So, you've spent hours and hours perfecting your pupillage application forms and your reward at the end of it all is a 20-minute grilling. How do you prove yourself in such a short window?
- Be prepared for the unexpected: This is included in the top tips from the Secret Barrister. It is just not possible to anticipate every question or every argument that may be put to you. Do whatever it takes to get in the right frame of mind. I liked to be busy in the run up to an interviews so I didn't dwell on things. Others like to clear their diaries. Whatever works for you!
- Prepare for the expected: Have an answer for the classic opening questions like 'why do you want to be a barrister?' and 'why are you interested in commercial law?'. If your answer to either is 'because I like money', think of a better one. And, as criminal barrister Joanna Hardy recommends, make sure you know where the interview is and get there early.
- Slowness and silence are golden: As Katy Thorne QC, of Doughty Street Chambers told the Guardian recently, slowing things down will give you more thinking time and make sure your answer, when it comes, will be heard and remembered. You shouldn't be afraid of a short silence while you gather your thoughts. It happens all the time in court and it can be very impressive if you have the confidence to do it.
- Practice, Practice, Practice: I didn't take up the opportunity of mock interviews when I was applying for pupillage and I think it showed. It's much better to make your mistakes before you get into the room (or onto the Zoom call). Mock interviews are recommended by various pupillage teams and offered by the Inns of Court.
- Show some personality: Barristers are people too (well, some of them). They like to see a candidate with something beyond the standard excellent academic results and extra-curricular activities. Even if you don't have something quirky on your CV, the 'what's your favourite biscuit?' genre of questions provides an opportunity. While these are rarely decisive of who gets an offer, an answer that shows a bit of humour and humanity might get you through the first round in a tight contest.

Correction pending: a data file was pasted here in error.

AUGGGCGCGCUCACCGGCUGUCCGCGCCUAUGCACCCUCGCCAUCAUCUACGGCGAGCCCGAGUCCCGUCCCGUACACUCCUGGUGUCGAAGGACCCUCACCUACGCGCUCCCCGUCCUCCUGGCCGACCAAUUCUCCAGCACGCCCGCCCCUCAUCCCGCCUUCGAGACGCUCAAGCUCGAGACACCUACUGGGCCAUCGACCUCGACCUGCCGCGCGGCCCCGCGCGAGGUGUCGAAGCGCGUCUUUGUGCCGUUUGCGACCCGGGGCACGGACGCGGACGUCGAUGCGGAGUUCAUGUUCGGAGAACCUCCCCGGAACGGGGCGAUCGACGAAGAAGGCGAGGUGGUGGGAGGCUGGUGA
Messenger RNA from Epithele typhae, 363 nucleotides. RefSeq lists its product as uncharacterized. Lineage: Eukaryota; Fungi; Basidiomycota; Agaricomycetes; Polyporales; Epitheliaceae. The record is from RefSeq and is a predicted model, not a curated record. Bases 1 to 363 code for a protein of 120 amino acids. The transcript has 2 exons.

- Walk (and talk) like a barrister: The whole purpose of the interview exercise is to test if you have the potential to stand up in court and present an argument. Your answers should have a logical structure that explains why you are right. Once you have chosen a 'side' don't abandon it easily. In general, structured answers and responding well when challenged as the key features of stronger answers to legal problems.
- You don't have to ask a question: There is always that moment at the end where you have the opportunity to put the panel on the spot with something tricky like: how often will I be in court in my Second Six? Unless you really have a great question, it's better not to ask it. If the answer is on the Chambers' website, it is definitely better not to ask it.
- Don't let the barristers get you down: If you do enough interviews, you will make a mistake. You will say something stupid or trip over your words. You will come across a rude interviewer (some barristers can think rather a lot of themselves). Accept it will happen and look forward to the next one. As Joanna Hardy, and Taylor Swift, put it. 'shake it off'.
This article first appeared in Counsel magazine's Bar Student Supplement.
The content of this article is intended to provide a general guide to the subject matter. Specialist advice should be sought about your specific circumstances.